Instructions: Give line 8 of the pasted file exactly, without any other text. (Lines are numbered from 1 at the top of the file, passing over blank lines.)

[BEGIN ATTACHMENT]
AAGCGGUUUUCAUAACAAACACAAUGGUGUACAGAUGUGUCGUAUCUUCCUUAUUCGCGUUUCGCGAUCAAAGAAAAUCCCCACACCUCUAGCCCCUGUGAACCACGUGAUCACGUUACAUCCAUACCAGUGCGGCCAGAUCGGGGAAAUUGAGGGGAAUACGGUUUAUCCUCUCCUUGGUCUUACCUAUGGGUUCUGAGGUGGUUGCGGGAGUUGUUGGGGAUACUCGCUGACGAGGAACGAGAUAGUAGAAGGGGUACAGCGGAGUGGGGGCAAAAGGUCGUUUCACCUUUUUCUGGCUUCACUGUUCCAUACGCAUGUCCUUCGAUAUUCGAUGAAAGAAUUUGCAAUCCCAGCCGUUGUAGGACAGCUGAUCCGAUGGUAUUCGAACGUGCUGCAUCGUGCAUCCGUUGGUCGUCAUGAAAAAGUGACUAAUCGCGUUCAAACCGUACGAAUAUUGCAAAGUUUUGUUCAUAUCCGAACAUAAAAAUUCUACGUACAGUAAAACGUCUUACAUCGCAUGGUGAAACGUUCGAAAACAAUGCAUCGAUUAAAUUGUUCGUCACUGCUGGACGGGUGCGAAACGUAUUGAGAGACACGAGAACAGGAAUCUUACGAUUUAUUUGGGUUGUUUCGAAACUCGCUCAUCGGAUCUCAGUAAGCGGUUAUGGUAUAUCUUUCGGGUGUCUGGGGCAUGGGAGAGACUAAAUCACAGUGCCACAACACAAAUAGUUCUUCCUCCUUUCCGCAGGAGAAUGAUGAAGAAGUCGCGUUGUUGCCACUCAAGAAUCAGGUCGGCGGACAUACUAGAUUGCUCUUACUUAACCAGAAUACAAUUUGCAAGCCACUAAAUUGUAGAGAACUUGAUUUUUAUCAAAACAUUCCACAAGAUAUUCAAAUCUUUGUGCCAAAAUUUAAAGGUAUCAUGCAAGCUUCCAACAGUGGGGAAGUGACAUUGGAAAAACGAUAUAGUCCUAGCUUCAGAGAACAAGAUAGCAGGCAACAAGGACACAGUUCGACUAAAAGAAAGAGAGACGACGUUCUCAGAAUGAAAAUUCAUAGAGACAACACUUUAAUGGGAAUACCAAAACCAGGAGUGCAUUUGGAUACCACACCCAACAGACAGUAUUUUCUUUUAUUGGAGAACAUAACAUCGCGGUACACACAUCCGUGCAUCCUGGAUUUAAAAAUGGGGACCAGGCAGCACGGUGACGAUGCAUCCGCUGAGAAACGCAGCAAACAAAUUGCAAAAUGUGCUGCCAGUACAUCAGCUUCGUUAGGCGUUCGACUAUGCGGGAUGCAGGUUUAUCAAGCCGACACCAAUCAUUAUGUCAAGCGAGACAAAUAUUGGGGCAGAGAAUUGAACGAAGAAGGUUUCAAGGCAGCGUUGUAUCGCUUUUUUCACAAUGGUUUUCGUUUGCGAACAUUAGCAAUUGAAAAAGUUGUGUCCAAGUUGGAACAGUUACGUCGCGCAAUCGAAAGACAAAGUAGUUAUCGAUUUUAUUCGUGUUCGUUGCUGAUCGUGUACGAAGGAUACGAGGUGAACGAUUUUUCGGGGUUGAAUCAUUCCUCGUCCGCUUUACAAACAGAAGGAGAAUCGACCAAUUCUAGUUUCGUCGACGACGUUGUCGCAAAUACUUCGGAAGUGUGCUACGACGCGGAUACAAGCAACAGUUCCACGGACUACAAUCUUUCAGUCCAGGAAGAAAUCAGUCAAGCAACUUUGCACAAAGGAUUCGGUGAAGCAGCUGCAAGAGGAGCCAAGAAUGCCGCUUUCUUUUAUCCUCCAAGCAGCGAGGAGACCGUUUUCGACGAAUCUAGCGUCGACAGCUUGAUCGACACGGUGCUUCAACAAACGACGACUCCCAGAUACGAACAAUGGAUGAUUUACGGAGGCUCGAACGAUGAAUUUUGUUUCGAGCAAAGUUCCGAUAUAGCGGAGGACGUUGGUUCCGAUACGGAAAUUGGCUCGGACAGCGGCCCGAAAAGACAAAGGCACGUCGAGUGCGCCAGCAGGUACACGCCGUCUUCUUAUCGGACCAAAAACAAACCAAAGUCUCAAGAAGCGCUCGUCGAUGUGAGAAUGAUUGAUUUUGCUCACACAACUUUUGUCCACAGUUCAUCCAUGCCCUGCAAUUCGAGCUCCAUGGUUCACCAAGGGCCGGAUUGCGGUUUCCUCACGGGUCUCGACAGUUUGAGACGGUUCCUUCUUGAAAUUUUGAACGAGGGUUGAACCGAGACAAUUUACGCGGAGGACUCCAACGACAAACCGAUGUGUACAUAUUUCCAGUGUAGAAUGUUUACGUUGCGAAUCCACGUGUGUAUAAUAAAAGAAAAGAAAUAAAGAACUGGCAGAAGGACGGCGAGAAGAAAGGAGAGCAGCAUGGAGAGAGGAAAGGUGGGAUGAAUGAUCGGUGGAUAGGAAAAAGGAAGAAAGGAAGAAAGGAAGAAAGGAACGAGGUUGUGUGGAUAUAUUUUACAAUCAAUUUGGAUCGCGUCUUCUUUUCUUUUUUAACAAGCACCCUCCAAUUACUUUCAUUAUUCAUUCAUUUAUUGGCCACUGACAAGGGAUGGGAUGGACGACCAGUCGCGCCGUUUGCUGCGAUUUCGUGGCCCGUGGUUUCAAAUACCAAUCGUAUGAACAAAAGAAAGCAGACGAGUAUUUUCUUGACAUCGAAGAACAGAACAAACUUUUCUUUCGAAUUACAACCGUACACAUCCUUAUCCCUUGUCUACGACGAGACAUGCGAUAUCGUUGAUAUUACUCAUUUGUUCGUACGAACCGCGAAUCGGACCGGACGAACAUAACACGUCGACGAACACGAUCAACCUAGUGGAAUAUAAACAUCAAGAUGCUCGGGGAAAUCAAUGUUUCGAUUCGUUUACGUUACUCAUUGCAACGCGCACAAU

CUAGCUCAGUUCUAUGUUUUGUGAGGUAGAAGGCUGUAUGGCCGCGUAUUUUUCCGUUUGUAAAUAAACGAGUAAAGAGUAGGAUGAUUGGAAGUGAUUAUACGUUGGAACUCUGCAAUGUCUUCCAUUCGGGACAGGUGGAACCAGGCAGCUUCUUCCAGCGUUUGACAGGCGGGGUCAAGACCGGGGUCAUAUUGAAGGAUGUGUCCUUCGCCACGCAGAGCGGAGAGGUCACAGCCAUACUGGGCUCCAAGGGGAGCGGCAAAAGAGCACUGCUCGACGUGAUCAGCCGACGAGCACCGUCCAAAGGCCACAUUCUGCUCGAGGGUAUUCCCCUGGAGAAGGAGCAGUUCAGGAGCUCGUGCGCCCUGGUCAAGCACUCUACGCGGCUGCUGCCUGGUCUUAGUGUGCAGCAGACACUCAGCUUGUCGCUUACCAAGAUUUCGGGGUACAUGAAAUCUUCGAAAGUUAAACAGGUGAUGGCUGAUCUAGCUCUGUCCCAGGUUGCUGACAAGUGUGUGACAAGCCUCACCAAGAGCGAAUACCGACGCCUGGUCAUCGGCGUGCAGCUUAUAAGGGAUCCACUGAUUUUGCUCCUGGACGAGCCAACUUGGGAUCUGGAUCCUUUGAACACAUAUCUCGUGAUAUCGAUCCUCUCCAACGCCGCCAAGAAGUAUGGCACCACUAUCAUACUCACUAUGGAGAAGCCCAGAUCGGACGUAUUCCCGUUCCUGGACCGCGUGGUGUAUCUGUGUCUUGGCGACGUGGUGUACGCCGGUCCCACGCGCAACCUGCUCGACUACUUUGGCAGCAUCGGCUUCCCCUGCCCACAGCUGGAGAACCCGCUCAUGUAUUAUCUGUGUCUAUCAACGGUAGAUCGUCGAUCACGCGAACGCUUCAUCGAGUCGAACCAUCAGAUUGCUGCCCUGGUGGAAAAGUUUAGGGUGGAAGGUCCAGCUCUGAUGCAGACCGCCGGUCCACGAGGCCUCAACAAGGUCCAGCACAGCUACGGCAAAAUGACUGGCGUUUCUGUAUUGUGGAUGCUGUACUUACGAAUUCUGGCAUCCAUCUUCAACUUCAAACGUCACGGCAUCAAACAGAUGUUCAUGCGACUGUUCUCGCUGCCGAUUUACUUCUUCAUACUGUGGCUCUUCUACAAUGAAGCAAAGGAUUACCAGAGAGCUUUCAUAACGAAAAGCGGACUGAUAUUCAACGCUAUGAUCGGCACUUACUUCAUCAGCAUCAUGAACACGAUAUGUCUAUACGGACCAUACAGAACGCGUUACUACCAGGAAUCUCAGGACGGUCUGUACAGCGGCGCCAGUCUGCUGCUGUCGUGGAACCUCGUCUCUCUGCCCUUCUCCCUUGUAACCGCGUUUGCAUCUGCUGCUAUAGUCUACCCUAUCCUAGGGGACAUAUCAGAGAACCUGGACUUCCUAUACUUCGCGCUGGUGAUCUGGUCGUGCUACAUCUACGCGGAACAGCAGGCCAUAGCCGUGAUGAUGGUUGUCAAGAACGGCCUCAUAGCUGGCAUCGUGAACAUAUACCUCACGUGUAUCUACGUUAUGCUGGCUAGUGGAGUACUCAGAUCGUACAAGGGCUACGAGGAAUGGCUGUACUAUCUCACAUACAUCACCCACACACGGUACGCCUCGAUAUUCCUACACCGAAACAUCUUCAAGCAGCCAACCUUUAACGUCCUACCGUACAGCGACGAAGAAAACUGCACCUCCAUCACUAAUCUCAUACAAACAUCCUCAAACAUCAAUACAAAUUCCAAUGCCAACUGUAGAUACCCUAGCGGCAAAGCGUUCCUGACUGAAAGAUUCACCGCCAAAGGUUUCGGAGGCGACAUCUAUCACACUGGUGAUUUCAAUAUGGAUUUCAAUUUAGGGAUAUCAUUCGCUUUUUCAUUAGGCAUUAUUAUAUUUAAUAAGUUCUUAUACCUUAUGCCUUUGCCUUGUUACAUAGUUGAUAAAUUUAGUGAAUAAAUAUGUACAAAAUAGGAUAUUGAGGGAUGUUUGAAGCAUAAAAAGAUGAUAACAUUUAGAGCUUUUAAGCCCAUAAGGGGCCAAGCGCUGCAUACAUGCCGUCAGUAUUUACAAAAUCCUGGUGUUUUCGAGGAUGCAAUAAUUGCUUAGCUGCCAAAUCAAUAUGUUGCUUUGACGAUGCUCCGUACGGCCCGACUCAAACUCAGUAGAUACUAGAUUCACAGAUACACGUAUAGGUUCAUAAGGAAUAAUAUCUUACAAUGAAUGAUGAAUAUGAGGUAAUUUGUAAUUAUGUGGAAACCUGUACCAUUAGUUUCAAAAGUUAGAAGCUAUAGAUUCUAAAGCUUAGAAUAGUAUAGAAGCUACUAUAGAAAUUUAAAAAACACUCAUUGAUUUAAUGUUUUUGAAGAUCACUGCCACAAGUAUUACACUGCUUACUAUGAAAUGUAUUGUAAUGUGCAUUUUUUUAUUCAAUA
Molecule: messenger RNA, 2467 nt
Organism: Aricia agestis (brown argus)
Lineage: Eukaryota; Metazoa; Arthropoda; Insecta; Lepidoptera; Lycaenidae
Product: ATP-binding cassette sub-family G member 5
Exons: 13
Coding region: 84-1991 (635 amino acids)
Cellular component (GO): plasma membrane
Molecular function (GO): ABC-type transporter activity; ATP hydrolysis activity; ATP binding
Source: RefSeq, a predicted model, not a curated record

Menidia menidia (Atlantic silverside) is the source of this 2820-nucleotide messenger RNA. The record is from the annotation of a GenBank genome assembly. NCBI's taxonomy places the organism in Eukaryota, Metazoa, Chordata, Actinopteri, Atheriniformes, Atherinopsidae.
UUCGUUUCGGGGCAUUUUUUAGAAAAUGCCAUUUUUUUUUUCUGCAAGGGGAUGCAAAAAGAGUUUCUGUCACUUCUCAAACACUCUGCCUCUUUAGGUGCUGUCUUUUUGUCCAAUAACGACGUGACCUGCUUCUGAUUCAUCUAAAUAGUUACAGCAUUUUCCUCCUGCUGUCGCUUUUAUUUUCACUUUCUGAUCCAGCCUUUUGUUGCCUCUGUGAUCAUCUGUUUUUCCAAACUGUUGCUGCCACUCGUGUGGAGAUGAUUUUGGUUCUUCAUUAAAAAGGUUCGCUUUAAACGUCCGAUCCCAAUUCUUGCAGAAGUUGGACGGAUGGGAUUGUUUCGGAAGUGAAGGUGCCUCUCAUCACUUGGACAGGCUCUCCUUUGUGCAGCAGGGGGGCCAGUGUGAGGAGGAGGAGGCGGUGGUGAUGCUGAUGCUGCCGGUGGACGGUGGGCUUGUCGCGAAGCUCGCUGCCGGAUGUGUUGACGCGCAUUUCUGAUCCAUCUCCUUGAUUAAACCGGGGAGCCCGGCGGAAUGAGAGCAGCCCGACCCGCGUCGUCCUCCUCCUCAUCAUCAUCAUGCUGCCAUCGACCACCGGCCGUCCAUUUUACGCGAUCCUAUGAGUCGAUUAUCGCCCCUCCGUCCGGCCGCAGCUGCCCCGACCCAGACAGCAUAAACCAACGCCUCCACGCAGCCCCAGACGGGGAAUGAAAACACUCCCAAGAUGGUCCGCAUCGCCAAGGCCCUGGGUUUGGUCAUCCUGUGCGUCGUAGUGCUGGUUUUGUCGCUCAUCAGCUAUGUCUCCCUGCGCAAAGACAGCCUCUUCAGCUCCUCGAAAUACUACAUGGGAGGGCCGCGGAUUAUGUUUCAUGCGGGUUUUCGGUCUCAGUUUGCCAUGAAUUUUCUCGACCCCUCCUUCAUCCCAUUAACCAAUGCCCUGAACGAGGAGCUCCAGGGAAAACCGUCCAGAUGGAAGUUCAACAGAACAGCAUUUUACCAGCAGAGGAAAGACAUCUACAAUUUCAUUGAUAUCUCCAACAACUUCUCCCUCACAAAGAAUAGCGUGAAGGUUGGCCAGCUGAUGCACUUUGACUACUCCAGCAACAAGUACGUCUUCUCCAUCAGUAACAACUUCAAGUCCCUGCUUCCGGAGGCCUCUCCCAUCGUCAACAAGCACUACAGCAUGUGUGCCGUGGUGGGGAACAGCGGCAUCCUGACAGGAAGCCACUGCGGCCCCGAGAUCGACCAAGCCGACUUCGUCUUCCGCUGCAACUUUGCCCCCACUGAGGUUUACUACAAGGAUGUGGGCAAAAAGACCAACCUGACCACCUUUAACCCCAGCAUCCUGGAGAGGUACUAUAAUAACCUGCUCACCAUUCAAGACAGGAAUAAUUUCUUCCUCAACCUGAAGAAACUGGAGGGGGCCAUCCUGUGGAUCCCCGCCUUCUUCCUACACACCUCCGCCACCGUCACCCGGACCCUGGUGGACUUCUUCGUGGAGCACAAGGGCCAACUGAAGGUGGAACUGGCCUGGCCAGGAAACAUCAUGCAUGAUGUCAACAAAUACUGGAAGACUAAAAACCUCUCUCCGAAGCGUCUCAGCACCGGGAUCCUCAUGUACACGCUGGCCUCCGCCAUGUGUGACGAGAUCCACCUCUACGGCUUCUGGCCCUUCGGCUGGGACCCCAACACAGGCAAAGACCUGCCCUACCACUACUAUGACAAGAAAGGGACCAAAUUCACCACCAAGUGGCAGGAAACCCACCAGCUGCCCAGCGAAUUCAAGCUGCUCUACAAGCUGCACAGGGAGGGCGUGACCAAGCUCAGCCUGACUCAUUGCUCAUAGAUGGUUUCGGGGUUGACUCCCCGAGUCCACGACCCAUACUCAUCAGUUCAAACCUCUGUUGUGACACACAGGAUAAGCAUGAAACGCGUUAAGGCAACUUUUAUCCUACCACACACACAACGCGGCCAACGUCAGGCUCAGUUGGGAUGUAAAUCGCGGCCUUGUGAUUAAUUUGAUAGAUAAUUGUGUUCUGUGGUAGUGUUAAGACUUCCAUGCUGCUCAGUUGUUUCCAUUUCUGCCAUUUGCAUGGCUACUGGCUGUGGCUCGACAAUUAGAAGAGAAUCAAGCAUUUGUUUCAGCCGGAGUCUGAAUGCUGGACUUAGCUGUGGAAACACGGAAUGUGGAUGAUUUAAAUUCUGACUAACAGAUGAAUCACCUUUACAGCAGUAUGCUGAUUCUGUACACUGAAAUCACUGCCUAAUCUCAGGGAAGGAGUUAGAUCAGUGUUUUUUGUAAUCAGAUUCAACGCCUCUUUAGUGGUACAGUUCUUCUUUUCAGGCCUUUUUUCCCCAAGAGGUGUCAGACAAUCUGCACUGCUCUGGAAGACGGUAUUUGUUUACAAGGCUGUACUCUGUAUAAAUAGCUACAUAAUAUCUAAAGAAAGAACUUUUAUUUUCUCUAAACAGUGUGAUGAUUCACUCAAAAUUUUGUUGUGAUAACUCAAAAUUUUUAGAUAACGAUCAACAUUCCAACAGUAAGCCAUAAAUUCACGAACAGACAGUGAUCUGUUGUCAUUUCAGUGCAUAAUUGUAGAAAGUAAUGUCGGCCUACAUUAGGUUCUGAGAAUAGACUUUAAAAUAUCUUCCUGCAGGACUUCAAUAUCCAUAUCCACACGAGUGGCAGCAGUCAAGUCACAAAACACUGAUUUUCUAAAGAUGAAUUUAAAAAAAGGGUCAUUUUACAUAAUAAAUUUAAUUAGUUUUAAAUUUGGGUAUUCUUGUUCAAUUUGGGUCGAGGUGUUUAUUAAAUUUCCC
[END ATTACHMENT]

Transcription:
Coding region: 84-1991 (635 amino acids)